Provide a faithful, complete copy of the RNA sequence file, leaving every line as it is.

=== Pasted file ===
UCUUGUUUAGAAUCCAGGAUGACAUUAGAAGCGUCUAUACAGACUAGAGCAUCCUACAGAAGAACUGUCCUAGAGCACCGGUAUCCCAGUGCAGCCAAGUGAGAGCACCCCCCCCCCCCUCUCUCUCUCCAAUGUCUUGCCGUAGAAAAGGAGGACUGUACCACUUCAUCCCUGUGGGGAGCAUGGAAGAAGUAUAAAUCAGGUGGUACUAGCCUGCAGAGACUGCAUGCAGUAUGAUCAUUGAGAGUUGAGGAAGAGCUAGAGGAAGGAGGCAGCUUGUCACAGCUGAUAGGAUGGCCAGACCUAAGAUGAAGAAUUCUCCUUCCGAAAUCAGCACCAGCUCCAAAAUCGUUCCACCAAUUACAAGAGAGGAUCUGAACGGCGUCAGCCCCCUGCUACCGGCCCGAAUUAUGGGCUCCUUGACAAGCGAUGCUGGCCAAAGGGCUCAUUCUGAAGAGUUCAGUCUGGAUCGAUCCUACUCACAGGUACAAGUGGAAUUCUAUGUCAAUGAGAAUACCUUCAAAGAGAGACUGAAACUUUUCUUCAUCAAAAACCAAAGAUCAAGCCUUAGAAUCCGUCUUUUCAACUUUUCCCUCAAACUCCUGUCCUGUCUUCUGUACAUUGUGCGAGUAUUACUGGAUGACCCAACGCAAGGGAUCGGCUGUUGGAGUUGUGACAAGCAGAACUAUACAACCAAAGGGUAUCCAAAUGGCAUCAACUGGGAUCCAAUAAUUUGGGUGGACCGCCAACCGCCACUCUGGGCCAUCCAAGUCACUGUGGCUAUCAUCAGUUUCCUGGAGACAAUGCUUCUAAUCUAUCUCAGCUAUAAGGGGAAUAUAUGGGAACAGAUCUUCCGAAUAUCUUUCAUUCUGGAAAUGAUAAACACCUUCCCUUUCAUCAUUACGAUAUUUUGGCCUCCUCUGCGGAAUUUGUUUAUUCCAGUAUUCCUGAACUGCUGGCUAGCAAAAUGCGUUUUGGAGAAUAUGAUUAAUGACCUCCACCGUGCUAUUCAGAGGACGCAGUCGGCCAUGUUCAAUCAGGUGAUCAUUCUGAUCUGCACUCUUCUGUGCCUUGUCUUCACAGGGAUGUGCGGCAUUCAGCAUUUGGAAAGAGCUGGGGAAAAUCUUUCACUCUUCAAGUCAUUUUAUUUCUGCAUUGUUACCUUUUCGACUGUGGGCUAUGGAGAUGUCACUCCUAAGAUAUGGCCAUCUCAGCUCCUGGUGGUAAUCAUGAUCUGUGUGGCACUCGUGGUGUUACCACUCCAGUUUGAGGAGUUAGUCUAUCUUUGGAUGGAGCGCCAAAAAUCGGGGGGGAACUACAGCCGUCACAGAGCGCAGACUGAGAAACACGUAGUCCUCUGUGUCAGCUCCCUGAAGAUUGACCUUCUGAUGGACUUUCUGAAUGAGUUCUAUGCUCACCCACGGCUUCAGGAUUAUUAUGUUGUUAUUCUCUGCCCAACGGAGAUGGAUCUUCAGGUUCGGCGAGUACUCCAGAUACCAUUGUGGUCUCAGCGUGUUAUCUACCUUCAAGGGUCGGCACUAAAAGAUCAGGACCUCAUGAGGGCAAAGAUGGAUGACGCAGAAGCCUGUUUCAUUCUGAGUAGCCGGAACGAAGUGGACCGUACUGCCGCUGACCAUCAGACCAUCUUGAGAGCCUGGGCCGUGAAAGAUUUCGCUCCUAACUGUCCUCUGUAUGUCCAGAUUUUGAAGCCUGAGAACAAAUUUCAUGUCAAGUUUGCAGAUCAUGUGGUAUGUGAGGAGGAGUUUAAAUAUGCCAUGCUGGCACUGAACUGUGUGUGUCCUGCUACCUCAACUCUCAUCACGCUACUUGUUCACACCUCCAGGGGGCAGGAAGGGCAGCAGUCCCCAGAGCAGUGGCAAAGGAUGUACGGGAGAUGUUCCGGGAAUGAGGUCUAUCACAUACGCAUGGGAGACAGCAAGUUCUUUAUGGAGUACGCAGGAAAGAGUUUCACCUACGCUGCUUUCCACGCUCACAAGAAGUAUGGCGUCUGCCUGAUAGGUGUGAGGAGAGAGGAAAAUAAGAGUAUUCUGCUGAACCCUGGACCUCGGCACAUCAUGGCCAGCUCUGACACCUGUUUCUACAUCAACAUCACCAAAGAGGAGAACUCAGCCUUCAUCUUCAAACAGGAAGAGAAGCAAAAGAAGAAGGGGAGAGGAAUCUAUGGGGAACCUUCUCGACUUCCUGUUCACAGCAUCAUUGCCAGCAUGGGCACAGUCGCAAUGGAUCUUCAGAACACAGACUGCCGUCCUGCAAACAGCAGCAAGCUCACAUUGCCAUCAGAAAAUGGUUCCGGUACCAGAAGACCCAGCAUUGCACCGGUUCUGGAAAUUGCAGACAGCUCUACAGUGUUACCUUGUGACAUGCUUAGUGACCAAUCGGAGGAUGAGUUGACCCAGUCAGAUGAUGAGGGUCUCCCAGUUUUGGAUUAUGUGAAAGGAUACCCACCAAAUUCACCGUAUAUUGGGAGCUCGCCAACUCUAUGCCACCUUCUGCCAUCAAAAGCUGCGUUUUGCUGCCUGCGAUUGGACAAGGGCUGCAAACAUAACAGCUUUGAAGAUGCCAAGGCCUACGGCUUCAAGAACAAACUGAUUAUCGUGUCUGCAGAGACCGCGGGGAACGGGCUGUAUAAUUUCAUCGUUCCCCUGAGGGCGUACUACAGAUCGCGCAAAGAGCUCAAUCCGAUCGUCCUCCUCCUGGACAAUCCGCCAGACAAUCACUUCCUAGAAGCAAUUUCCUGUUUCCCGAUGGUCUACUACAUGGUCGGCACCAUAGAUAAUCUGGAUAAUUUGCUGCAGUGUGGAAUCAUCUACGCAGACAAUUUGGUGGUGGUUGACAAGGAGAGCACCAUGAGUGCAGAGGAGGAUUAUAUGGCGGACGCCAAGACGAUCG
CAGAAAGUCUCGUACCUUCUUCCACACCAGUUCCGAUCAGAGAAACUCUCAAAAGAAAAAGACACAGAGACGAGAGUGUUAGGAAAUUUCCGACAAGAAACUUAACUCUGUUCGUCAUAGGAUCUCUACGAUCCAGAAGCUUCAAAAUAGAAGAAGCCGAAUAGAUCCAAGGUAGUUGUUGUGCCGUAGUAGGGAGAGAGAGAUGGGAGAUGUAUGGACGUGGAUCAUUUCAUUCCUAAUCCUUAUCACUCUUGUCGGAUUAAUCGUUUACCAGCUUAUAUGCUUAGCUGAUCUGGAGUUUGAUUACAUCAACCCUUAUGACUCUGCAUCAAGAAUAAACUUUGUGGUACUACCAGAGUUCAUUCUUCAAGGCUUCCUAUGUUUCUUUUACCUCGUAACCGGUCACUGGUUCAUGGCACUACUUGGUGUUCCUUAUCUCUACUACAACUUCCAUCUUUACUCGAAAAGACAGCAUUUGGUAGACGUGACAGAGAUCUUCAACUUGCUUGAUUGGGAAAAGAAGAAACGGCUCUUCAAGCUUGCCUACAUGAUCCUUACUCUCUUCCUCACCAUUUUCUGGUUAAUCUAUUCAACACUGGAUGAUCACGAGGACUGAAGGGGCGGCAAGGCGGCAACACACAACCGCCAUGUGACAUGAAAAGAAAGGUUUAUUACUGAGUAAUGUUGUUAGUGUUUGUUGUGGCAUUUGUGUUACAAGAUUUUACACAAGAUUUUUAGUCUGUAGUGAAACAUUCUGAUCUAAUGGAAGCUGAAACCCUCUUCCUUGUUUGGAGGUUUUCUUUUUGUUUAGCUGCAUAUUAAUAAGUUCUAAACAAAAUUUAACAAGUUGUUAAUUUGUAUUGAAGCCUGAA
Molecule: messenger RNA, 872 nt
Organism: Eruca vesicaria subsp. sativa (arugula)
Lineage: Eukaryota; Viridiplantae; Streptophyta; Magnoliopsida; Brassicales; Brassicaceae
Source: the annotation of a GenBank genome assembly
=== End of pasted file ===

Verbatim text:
UCUUGUUUAGAAUCCAGGAUGACAUUAGAAGCGUCUAUACAGACUAGAGCAUCCUACAGAAGAACUGUCCUAGAGCACCGGUAUCCCAGUGCAGCCAAGUGAGAGCACCCCCCCCCCCCUCUCUCUCUCCAAUGUCUUGCCGUAGAAAAGGAGGACUGUACCACUUCAUCCCUGUGGGGAGCAUGGAAGAAGUAUAAAUCAGGUGGUACUAGCCUGCAGAGACUGCAUGCAGUAUGAUCAUUGAGAGUUGAGGAAGAGCUAGAGGAAGGAGGCAGCUUGUCACAGCUGAUAGGAUGGCCAGACCUAAGAUGAAGAAUUCUCCUUCCGAAAUCAGCACCAGCUCCAAAAUCGUUCCACCAAUUACAAGAGAGGAUCUGAACGGCGUCAGCCCCCUGCUACCGGCCCGAAUUAUGGGCUCCUUGACAAGCGAUGCUGGCCAAAGGGCUCAUUCUGAAGAGUUCAGUCUGGAUCGAUCCUACUCACAGGUACAAGUGGAAUUCUAUGUCAAUGAGAAUACCUUCAAAGAGAGACUGAAACUUUUCUUCAUCAAAAACCAAAGAUCAAGCCUUAGAAUCCGUCUUUUCAACUUUUCCCUCAAACUCCUGUCCUGUCUUCUGUACAUUGUGCGAGUAUUACUGGAUGACCCAACGCAAGGGAUCGGCUGUUGGAGUUGUGACAAGCAGAACUAUACAACCAAAGGGUAUCCAAAUGGCAUCAACUGGGAUCCAAUAAUUUGGGUGGACCGCCAACCGCCACUCUGGGCCAUCCAAGUCACUGUGGCUAUCAUCAGUUUCCUGGAGACAAUGCUUCUAAUCUAUCUCAGCUAUAAGGGGAAUAUAUGGGAACAGAUCUUCCGAAUAUCUUUCAUUCUGGAAAUGAUAAACACCUUCCCUUUCAUCAUUACGAUAUUUUGGCCUCCUCUGCGGAAUUUGUUUAUUCCAGUAUUCCUGAACUGCUGGCUAGCAAAAUGCGUUUUGGAGAAUAUGAUUAAUGACCUCCACCGUGCUAUUCAGAGGACGCAGUCGGCCAUGUUCAAUCAGGUGAUCAUUCUGAUCUGCACUCUUCUGUGCCUUGUCUUCACAGGGAUGUGCGGCAUUCAGCAUUUGGAAAGAGCUGGGGAAAAUCUUUCACUCUUCAAGUCAUUUUAUUUCUGCAUUGUUACCUUUUCGACUGUGGGCUAUGGAGAUGUCACUCCUAAGAUAUGGCCAUCUCAGCUCCUGGUGGUAAUCAUGAUCUGUGUGGCACUCGUGGUGUUACCACUCCAGUUUGAGGAGUUAGUCUAUCUUUGGAUGGAGCGCCAAAAAUCGGGGGGGAACUACAGCCGUCACAGAGCGCAGACUGAGAAACACGUAGUCCUCUGUGUCAGCUCCCUGAAGAUUGACCUUCUGAUGGACUUUCUGAAUGAGUUCUAUGCUCACCCACGGCUUCAGGAUUAUUAUGUUGUUAUUCUCUGCCCAACGGAGAUGGAUCUUCAGGUUCGGCGAGUACUCCAGAUACCAUUGUGGUCUCAGCGUGUUAUCUACCUUCAAGGGUCGGCACUAAAAGAUCAGGACCUCAUGAGGGCAAAGAUGGAUGACGCAGAAGCCUGUUUCAUUCUGAGUAGCCGGAACGAAGUGGACCGUACUGCCGCUGACCAUCAGACCAUCUUGAGAGCCUGGGCCGUGAAAGAUUUCGCUCCUAACUGUCCUCUGUAUGUCCAGAUUUUGAAGCCUGAGAACAAAUUUCAUGUCAAGUUUGCAGAUCAUGUGGUAUGUGAGGAGGAGUUUAAAUAUGCCAUGCUGGCACUGAACUGUGUGUGUCCUGCUACCUCAACUCUCAUCACGCUACUUGUUCACACCUCCAGGGGGCAGGAAGGGCAGCAGUCCCCAGAGCAGUGGCAAAGGAUGUACGGGAGAUGUUCCGGGAAUGAGGUCUAUCACAUACGCAUGGGAGACAGCAAGUUCUUUAUGGAGUACGCAGGAAAGAGUUUCACCUACGCUGCUUUCCACGCUCACAAGAAGUAUGGCGUCUGCCUGAUAGGUGUGAGGAGAGAGGAAAAUAAGAGUAUUCUGCUGAACCCUGGACCUCGGCACAUCAUGGCCAGCUCUGACACCUGUUUCUACAUCAACAUCACCAAAGAGGAGAACUCAGCCUUCAUCUUCAAACAGGAAGAGAAGCAAAAGAAGAAGGGGAGAGGAAUCUAUGGGGAACCUUCUCGACUUCCUGUUCACAGCAUCAUUGCCAGCAUGGGCACAGUCGCAAUGGAUCUUCAGAACACAGACUGCCGUCCUGCAAACAGCAGCAAGCUCACAUUGCCAUCAGAAAAUGGUUCCGGUACCAGAAGACCCAGCAUUGCACCGGUUCUGGAAAUUGCAGACAGCUCUACAGUGUUACCUUGUGACAUGCUUAGUGACCAAUCGGAGGAUGAGUUGACCCAGUCAGAUGAUGAGGGUCUCCCAGUUUUGGAUUAUGUGAAAGGAUACCCACCAAAUUCACCGUAUAUUGGGAGCUCGCCAACUCUAUGCCACCUUCUGCCAUCAAAAGCUGCGUUUUGCUGCCUGCGAUUGGACAAGGGCUGCAAACAUAACAGCUUUGAAGAUGCCAAGGCCUACGGCUUCAAGAACAAACUGAUUAUCGUGUCUGCAGAGACCGCGGGGAACGGGCUGUAUAAUUUCAUCGUUCCCCUGAGGGCGUACUACAGAUCGCGCAAAGAGCUCAAUCCGAUCGUCCUCCUCCUGGACAAUCCGCCAGACAAUCACUUCCUAGAAGCAAUUUCCUGUUUCCCGAUGGUCUACUACAUGGUCGGCACCAUAGAUAAUCUGGAUAAUUUGCUGCAGUGUGGAAUCAUCUACGCAGACAAUUUGGUGGUGGUUGACAAGGAGAGCACCAUGAGUGCAGAGGAGGAUUAUAUGGCGGACGCCAAGACGAUCG
CAGAAAGUCUCGUACCUUCUUCCACACCAGUUCCGAUCAGAGAAACUCUCAAAAGAAAAAGACACAGAGACGAGAGUGUUAGGAAAUUUCCGACAAGAAACUUAACUCUGUUCGUCAUAGGAUCUCUACGAUCCAGAAGCUUCAAAAUAGAAGAAGCCGAAUAGAUCCAAGGUAGUUGUUGUGCCGUAGUAGGGAGAGAGAGAUGGGAGAUGUAUGGACGUGGAUCAUUUCAUUCCUAAUCCUUAUCACUCUUGUCGGAUUAAUCGUUUACCAGCUUAUAUGCUUAGCUGAUCUGGAGUUUGAUUACAUCAACCCUUAUGACUCUGCAUCAAGAAUAAACUUUGUGGUACUACCAGAGUUCAUUCUUCAAGGCUUCCUAUGUUUCUUUUACCUCGUAACCGGUCACUGGUUCAUGGCACUACUUGGUGUUCCUUAUCUCUACUACAACUUCCAUCUUUACUCGAAAAGACAGCAUUUGGUAGACGUGACAGAGAUCUUCAACUUGCUUGAUUGGGAAAAGAAGAAACGGCUCUUCAAGCUUGCCUACAUGAUCCUUACUCUCUUCCUCACCAUUUUCUGGUUAAUCUAUUCAACACUGGAUGAUCACGAGGACUGAAGGGGCGGCAAGGCGGCAACACACAACCGCCAUGUGACAUGAAAAGAAAGGUUUAUUACUGAGUAAUGUUGUUAGUGUUUGUUGUGGCAUUUGUGUUACAAGAUUUUACACAAGAUUUUUAGUCUGUAGUGAAACAUUCUGAUCUAAUGGAAGCUGAAACCCUCUUCCUUGUUUGGAGGUUUUCUUUUUGUUUAGCUGCAUAUUAAUAAGUUCUAAACAAAAUUUAACAAGUUGUUAAUUUGUAUUGAAGCCUGAA
Molecule: messenger RNA, 872 nt
Organism: Eruca vesicaria subsp. sativa (arugula)
Lineage: Eukaryota; Viridiplantae; Streptophyta; Magnoliopsida; Brassicales; Brassicaceae
Source: the annotation of a GenBank genome assembly